5 Things in the Kitchen That Cost You More Money than You Realize — And What to Get Instead

updated Sep 14, 2021
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Credit: Leslie McKeller

I have strong opinions about pretty much everything, but especially the stuff I keep in my kitchen … and the stuff I absolutely will never, ever keep in my kitchen. I believe, for example, that a bench scraper is an essential tool and so is a salad spinner, even though I have a strong dislike of unitaskers. I also believe that dish soap and hot water can clean most things and that your dish towels should spark joy. (I splurge on these linen ones that double as aprons.) 

These opinions are my own and I stand by them, even if you disagree! But I will say that I have arrived at them after many, many years (okay, decades) in the kitchen and many, many experiments, mishaps, and dollars misspent. 

Okay, now that you have been warned, here is my list of things in the kitchen you should stop spending money on — and what to buy (or use) instead.

Credit: Sarah Crowley

1. Paper Towels

Some time ago, I decided to significantly reduce my use of paper towels. I haven’t cut them out completely, but it now takes me around three months to go through a roll of the stuff. Previously, I was almost going through a roll per week. And honestly, it wasn’t that hard to cut back! I am going to stand on my soapbox for a minute and say that reducing your paper towel usage is a pretty easy thing you can do for the environment. Also, it will save you money. (Paper towels are not inexpensive and, when you’re buying a lot of them, it really adds up!) I didn’t actually buy anything new; I just started relying more heavily on the dish towels and microfiber cloths I already had in my kitchen. If you are looking for a replacement, the Kitchn staff loves these dishcloths, which are sort of a hybrid of a dish towel and a sponge.

Credit: Raymond Forbes LLC/Stocksy

2. Cheap Gadgets

Let me be clear: I don’t mean cheap as in inexpensive (my go-to vegetable peeler costs around $7 — and Giada and Ina love it too). I am talking about cheap as in poorly made or poorly conceived; tools that don’t work or aren’t really necessary. What should you get instead? Save your money and invest in quality tools. This way you don’t have to replace the subpar items over and over again when they inevitably give out on you.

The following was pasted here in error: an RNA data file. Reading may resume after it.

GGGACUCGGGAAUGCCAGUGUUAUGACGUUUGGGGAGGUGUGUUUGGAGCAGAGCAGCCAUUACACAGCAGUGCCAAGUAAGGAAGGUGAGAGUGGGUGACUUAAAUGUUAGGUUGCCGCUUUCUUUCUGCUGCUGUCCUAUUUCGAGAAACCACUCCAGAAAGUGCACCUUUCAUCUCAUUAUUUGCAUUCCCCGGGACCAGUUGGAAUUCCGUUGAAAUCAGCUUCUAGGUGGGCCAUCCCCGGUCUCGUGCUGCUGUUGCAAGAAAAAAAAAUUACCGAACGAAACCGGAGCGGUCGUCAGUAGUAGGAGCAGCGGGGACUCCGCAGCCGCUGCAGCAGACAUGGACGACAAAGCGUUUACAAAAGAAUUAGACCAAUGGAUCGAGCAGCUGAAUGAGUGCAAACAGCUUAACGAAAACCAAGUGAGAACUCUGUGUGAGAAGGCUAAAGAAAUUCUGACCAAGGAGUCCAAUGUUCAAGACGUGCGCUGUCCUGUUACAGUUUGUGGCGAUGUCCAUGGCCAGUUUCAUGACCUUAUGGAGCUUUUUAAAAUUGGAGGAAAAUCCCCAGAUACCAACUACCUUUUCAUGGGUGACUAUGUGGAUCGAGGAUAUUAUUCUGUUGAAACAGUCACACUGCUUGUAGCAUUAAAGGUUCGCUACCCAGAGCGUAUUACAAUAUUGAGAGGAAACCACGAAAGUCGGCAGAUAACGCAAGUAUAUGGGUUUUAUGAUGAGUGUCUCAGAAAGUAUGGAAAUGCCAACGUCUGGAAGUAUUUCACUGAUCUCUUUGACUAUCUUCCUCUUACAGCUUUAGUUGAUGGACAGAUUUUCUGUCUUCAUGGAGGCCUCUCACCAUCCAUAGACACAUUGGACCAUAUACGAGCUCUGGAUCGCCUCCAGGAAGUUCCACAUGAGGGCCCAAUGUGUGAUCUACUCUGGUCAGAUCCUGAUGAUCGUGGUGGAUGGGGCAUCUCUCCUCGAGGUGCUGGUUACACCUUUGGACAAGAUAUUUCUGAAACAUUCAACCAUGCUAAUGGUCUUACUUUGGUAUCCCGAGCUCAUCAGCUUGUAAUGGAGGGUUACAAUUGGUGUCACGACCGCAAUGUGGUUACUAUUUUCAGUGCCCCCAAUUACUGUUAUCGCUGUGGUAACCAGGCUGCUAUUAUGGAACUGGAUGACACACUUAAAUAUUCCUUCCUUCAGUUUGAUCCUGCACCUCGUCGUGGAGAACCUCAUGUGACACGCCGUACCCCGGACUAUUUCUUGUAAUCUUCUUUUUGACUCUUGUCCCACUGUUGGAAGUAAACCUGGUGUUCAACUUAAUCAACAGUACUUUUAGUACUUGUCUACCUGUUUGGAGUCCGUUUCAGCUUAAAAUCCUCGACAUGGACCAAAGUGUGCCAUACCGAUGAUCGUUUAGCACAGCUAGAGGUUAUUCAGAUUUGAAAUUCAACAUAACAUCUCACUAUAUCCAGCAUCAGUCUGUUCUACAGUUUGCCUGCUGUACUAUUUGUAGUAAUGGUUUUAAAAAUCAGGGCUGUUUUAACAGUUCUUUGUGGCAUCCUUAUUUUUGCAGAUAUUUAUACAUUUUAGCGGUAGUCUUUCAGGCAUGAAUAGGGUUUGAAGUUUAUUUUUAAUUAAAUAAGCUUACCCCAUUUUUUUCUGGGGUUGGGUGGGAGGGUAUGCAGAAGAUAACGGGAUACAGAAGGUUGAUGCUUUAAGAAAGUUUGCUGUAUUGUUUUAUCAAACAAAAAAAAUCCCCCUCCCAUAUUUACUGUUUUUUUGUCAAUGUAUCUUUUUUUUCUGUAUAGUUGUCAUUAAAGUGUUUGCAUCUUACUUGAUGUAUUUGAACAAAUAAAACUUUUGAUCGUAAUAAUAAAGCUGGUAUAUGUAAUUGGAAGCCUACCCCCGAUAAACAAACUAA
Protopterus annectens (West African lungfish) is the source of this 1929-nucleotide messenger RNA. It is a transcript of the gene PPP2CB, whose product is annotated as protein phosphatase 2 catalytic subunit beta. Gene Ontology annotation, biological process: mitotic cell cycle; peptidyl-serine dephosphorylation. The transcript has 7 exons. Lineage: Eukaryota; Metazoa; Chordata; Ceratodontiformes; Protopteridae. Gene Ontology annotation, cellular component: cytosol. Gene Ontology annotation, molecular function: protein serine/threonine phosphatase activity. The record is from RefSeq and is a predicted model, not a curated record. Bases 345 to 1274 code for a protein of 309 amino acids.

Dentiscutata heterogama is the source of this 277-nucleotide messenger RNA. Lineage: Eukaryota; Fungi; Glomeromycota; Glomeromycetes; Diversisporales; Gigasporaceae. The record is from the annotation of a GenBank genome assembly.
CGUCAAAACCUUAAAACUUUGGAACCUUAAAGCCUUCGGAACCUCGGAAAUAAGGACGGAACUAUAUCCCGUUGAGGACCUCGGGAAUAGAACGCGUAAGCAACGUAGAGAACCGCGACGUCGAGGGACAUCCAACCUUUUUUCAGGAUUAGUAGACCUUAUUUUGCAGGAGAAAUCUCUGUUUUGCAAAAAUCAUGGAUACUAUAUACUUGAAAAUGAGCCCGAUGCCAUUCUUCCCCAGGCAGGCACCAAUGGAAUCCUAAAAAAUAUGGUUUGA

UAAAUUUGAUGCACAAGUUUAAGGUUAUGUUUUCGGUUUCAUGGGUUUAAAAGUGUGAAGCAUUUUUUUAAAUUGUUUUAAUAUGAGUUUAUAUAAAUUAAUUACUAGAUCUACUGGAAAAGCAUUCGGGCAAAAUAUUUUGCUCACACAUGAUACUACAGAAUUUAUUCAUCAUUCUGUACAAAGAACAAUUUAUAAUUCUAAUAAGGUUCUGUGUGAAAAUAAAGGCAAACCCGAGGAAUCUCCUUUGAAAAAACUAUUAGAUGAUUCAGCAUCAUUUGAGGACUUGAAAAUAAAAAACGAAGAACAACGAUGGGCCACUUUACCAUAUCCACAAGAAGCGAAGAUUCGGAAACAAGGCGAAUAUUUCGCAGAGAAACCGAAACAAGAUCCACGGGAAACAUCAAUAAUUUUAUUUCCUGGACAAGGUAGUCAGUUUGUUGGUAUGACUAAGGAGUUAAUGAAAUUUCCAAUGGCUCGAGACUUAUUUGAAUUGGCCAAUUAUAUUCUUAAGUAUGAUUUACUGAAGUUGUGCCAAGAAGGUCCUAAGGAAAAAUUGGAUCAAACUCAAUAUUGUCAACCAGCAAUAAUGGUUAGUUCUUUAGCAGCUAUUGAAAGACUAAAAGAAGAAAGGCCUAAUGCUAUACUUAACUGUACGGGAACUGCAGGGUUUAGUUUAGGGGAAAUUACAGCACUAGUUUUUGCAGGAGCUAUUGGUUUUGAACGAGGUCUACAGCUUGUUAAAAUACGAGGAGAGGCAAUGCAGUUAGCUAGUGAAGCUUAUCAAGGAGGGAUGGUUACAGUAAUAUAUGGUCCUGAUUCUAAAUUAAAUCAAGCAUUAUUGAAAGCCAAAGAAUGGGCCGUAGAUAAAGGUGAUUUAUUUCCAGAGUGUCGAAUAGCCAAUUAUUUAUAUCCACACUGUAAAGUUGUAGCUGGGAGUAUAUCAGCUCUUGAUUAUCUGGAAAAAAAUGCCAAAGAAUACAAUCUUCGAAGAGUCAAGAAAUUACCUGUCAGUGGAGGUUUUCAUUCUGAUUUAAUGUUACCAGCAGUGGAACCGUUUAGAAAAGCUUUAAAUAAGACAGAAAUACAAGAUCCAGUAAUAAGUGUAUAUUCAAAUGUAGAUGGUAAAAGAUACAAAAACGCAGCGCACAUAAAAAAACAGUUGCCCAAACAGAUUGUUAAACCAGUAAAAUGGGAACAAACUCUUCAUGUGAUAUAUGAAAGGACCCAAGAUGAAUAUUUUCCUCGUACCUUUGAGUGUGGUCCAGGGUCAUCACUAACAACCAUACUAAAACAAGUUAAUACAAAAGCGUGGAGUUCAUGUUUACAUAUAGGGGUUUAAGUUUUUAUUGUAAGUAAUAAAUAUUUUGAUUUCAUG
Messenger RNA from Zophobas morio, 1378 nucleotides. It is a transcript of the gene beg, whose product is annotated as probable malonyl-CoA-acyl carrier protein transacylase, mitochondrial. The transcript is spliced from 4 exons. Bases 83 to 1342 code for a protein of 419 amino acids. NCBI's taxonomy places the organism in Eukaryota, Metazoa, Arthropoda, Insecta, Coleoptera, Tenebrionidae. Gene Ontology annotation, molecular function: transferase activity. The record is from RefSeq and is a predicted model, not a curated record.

Related: The Absolute Best Tools For Home Cooks in 2021

Credit: Joe Lingeman

3. Regular Zip-Top Bags

Kitchn editors have stated their preference for freezer bags over regular zip-top bags and I am here to say that I 100 percent agree. In fact, if you are buying the regular bags, I will go so far as to say you are wasting your hard-earned money. Not only will the freezer bags keep your food protected in the freezer (as their name suggests), but they’re also significantly more durable in general. Which means that I can wash and reuse them a few times before they give out, saving me money and making me feel better about buying plastic bags in the first place. 

Credit: Joe Lingeman

4. Aluminum Foil

Alright, this one is going to raise some eyebrows and I know that there are cooks who swear by aluminum foil for many things — leftovers, lining your oven, making spaceships with the kids, etc. — but I’m just gonna say it. You don’t need foil! When it comes to wrapping up leftovers, I turn to these food storage containers, which are microwave- and freezer-friendly and also beautiful to look at. And they save me money in the long run because I don’t need to constantly replace rolls of foil.

Credit: Joe Lingeman/Apartment Therapy

5. “Natural” Cleaning Products

Oh, how I hate the word “natural” when it comes to cleaning products (or really anything). It’s not that I don’t believe in trying to reduce the use of bad-for-the-environment cleaning products. I do. It’s just that I think “natural” is a marketing ploy to try to get you to pay more for something that is allegedly “green.” Here’s what I propose instead: Dish soap and hot water for almost everything. Really, you don’t need much else. Otherwise, try making your own cleaning products with vinegar and baking soda and lemons.

Got anything else to add to this list? Leave your thoughts in the comments below!